Bil’s rating (out of 5): BBBB. United Kingdom/USA, 2001. British Broadcasting Corporation, Fox Iris Productions, Intermedia Films, , Miramax. Screenplay by Richard Eyre, Charles Wood, based on the books Iris: A Memoir and Elegy For Iris by John Bayley. Cinematography by Roger Pratt. Produced by Robert Fox, Scott Rudin. Music by James Horner. Production Design by Gemma Jackson. Costume Design by Ruth Myers. Film Editing by Martin Walsh. Academy Awards 2001. Golden Globe Awards 2001.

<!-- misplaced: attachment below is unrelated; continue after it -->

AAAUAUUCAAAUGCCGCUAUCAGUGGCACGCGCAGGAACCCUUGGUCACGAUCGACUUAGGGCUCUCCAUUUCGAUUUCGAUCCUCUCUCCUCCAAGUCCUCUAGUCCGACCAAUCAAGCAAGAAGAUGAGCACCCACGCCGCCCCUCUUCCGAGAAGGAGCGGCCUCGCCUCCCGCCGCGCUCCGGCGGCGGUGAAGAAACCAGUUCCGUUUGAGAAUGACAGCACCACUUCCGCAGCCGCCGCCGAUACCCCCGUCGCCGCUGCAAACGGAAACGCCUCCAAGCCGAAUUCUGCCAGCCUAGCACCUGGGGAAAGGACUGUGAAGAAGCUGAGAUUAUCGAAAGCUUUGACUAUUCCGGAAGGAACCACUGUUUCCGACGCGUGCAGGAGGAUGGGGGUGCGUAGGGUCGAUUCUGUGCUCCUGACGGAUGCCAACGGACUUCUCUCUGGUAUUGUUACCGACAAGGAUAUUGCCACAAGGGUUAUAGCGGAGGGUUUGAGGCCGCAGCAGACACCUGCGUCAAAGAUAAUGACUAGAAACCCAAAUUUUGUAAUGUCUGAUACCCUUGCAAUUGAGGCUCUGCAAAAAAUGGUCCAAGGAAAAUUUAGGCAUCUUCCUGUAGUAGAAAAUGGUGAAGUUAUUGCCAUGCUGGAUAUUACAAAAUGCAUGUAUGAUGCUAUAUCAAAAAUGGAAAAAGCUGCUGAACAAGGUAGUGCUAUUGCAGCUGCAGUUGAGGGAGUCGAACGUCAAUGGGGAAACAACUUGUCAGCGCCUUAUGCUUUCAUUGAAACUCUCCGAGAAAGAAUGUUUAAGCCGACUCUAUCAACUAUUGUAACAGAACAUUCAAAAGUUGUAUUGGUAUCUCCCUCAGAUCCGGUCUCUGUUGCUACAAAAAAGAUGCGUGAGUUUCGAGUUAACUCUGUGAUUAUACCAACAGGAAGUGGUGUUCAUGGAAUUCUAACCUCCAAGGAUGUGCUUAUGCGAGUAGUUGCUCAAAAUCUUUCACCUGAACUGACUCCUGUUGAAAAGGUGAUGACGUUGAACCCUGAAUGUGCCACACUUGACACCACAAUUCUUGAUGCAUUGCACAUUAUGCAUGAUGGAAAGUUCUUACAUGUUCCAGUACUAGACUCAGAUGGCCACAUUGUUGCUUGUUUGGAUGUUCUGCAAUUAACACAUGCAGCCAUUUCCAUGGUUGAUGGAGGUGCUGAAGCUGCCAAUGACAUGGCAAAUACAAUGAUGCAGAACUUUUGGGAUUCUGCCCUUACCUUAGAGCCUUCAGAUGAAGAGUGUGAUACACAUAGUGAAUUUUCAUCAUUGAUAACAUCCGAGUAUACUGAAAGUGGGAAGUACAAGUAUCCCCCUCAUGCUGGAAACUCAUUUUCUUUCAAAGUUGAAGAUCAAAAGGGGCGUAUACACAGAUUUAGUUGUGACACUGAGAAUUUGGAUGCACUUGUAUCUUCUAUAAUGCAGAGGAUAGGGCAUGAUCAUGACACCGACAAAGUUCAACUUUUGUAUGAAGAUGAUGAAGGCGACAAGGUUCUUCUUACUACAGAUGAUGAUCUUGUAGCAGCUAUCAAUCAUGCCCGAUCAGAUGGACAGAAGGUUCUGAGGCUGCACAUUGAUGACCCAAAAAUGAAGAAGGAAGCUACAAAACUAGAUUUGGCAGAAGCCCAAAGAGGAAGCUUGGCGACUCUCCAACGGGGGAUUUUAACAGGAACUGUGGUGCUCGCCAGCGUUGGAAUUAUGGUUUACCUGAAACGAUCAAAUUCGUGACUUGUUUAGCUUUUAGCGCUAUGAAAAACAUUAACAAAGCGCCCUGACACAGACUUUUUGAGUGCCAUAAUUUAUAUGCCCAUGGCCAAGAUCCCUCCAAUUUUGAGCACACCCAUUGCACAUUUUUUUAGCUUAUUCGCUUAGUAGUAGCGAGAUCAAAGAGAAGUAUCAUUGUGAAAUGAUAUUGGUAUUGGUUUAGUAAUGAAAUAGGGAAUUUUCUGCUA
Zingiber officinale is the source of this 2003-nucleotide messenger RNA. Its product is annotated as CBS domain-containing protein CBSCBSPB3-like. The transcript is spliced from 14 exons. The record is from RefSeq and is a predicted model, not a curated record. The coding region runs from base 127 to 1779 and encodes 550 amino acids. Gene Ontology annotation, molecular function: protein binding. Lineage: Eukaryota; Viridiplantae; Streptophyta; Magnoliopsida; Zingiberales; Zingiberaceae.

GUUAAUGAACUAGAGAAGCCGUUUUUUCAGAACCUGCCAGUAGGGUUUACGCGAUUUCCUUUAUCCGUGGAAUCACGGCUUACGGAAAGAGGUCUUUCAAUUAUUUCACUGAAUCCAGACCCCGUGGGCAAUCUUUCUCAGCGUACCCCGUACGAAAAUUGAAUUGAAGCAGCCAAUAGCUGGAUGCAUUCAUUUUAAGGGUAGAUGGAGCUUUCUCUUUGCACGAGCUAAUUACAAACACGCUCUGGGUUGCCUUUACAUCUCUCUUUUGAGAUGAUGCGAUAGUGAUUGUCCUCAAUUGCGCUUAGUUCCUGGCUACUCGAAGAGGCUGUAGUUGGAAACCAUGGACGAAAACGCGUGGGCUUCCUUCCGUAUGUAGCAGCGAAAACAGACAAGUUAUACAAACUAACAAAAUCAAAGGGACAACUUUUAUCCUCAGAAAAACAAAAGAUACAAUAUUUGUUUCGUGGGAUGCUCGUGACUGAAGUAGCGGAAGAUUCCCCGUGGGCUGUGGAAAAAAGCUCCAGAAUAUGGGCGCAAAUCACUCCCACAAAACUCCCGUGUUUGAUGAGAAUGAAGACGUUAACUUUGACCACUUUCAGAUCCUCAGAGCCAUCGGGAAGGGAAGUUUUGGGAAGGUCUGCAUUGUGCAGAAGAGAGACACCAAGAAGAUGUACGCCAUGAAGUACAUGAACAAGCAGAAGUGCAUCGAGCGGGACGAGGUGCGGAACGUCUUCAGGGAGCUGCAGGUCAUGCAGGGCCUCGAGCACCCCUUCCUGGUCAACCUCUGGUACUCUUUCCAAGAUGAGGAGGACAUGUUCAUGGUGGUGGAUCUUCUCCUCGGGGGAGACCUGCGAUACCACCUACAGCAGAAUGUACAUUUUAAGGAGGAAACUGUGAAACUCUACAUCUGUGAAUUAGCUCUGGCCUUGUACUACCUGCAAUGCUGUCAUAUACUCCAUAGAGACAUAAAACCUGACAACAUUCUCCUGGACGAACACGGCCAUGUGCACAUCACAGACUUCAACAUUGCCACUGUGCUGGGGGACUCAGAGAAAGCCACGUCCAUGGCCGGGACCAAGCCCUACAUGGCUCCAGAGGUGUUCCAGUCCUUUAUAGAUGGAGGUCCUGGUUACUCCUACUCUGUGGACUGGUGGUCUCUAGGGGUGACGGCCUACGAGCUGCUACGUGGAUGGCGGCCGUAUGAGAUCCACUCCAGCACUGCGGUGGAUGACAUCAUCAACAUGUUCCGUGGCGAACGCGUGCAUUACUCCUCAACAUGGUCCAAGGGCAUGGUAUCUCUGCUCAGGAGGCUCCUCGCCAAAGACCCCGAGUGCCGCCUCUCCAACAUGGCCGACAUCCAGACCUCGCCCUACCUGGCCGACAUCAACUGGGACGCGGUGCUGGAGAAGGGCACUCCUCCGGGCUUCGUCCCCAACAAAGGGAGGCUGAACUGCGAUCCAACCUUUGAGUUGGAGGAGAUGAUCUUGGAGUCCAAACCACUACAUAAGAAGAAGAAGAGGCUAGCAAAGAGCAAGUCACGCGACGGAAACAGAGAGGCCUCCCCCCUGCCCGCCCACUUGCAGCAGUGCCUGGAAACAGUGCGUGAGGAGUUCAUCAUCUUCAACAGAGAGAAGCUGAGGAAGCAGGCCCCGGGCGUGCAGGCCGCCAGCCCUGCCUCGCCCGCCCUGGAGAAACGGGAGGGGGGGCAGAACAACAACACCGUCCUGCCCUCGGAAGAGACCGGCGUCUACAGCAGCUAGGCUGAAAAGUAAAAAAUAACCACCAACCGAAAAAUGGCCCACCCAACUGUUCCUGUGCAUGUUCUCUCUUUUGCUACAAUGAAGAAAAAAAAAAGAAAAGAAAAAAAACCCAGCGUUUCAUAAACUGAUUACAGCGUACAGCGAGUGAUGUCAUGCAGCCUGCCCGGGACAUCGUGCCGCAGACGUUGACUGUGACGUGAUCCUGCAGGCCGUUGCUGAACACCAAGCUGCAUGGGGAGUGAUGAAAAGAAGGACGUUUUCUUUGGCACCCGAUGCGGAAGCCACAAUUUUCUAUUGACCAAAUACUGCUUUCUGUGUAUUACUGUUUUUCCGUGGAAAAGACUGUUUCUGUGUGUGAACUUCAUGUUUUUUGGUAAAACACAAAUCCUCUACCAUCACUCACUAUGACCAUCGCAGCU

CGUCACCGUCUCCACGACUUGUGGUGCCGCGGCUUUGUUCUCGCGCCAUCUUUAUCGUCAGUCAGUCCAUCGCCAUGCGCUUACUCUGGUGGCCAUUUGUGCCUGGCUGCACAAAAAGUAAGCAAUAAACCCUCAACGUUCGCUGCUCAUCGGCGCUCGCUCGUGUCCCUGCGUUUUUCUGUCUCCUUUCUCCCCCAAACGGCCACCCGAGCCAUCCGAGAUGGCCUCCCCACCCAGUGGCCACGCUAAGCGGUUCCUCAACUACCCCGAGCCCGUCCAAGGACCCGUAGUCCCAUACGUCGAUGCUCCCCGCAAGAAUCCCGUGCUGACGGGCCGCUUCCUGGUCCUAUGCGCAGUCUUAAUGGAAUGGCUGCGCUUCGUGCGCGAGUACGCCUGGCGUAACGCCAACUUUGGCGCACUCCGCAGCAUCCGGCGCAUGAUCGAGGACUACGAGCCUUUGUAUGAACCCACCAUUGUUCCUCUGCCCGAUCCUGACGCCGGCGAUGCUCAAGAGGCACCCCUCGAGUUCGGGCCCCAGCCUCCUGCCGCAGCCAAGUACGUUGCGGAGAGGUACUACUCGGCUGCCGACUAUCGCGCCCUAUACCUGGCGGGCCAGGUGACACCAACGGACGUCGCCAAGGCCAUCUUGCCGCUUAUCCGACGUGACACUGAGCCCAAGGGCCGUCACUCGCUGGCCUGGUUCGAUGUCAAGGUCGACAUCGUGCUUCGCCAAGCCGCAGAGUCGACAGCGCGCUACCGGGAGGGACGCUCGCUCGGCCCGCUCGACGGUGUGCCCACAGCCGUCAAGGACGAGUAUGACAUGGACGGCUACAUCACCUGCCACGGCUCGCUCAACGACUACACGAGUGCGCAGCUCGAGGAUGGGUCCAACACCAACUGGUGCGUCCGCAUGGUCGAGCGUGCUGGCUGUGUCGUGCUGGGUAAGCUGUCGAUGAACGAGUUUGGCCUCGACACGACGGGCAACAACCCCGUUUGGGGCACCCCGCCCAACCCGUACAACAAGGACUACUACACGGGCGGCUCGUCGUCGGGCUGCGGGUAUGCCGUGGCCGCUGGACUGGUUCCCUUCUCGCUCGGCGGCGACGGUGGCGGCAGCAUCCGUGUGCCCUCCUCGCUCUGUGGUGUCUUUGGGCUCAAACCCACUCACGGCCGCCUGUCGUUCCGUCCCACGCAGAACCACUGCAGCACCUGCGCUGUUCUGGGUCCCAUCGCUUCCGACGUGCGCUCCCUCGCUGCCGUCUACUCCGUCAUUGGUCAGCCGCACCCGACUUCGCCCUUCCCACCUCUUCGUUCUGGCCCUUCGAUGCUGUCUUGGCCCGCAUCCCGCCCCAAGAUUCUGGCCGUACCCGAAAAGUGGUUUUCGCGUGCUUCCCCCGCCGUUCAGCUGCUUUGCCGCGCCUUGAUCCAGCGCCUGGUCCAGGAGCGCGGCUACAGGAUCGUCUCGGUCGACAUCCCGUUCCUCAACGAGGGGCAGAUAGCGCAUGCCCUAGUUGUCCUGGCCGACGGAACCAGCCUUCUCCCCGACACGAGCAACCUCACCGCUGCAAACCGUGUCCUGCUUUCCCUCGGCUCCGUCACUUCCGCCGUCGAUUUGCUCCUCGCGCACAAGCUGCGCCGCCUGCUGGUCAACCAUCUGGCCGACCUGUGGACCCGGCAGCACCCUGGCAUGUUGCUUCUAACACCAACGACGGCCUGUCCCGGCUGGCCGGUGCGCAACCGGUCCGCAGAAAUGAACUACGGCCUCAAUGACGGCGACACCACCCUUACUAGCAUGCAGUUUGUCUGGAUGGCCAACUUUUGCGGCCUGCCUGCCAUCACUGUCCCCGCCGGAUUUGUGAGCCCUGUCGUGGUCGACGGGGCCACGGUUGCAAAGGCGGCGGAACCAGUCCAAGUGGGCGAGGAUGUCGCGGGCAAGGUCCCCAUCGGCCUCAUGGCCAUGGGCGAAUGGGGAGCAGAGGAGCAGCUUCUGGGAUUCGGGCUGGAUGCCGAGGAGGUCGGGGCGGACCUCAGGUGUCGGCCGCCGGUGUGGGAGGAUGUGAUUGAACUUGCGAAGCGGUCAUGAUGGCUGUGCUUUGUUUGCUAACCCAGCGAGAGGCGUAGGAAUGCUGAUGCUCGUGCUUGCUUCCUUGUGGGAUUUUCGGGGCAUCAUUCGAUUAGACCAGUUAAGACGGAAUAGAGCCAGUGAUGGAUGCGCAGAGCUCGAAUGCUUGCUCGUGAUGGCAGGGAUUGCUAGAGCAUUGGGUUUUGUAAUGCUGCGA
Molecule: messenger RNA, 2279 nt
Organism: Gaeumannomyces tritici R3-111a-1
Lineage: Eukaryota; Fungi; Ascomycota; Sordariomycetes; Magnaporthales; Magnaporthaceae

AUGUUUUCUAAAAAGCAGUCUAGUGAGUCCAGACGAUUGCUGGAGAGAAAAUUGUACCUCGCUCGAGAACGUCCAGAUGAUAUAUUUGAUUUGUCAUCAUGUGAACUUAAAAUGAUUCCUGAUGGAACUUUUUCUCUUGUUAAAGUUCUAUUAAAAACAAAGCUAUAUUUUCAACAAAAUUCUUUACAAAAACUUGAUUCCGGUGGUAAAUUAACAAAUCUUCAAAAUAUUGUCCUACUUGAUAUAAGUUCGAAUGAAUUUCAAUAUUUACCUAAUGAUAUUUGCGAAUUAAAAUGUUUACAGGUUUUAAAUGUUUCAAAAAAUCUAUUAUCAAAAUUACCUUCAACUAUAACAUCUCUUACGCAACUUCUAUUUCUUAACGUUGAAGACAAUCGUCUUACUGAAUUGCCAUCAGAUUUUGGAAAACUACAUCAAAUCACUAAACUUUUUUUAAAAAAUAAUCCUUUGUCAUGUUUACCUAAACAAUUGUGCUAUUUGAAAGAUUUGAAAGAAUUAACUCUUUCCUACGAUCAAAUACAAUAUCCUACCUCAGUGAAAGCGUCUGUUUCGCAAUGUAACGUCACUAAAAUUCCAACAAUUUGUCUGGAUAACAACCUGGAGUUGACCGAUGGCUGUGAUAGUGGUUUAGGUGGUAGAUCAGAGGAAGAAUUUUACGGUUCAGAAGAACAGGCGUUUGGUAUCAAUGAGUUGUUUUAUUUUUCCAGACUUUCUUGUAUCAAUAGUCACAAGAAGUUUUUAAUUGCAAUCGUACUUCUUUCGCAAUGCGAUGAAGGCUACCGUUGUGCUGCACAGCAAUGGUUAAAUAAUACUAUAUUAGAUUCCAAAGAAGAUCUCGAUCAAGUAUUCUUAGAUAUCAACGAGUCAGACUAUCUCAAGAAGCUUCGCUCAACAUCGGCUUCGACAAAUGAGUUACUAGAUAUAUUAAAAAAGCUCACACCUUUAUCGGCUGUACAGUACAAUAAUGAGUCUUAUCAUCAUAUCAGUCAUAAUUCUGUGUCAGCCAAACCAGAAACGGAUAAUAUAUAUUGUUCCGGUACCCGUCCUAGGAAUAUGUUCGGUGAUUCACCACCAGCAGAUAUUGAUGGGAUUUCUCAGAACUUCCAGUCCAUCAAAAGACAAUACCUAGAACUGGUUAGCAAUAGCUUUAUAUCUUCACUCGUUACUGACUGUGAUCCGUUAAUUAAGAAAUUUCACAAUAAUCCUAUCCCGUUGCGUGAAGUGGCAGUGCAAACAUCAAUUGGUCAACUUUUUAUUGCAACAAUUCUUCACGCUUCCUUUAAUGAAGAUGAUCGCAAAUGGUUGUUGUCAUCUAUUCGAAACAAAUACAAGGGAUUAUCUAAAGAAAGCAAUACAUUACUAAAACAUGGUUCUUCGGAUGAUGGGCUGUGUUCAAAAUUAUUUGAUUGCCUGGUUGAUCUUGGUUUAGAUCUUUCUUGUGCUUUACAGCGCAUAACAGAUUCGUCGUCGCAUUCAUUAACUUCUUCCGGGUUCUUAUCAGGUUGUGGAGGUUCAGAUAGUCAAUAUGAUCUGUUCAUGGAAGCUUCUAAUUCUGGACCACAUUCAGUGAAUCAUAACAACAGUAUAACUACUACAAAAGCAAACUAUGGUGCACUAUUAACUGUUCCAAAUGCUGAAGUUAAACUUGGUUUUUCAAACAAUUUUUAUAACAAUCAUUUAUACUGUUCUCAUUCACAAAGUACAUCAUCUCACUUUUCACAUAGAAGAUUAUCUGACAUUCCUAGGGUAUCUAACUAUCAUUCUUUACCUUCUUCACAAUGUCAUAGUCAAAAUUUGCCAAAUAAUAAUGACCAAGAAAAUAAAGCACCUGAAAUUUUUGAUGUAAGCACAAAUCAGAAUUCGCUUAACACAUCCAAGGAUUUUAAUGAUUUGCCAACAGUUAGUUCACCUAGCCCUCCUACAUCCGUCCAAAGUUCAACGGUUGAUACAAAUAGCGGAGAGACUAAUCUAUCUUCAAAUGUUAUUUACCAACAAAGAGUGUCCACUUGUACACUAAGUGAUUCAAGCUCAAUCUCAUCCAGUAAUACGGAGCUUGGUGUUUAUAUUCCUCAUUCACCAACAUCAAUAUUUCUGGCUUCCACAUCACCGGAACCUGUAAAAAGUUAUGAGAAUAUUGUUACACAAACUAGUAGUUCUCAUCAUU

Exceptional performances from some of the best British actors out there are the life’s breath of this movie about late writer Iris Murdoch. Based on the biography by her loving widower John Bayley, the film goes back and forth between glimpses of the beginning of Murdoch’s relationship with Bayley (played by Kate Winslet and Hugh Bonneville), and their last years together when she was diagnosed with Alzheimer’s disease (played by Judi Dench and Jim Broadbent). Richard Eyre wisely keeps directorial flourishes out of the way, avoiding fancy camera angles or artistic photography, instead creating a perfectly edited balance between past and present that ably follows the development of the love shared by these two wonderful people. As the young Murdoch, Winslet is brilliant, so assured and confident that even the single, straightforward glare that she gives Bayley while taking a drag on her cigarette says more than a fiery speech could. Dench is equally affecting as the aged writer, whom we watch go from philosopher and orator to mindless babbler in a matter of scenes. She’s so commanding as the sharp and precise professor that it is nothing but sheer heartbreak to later look into her eyes and see someone who is lost in a fog, and Dench brings this to life with alarming believability. Behind her is Broadbent’s kindly Bayley, a loving and understanding husband who reaches limits of his own when his dependent relationship with his passionate wife suddenly goes in the reverse direction. The screenplay could definitely afford to be more revealing of Murdoch’s work and inspiration, but the relationship viewed in this film is far too touching to really inspire any pointed criticism. Extremely moving and very memorable.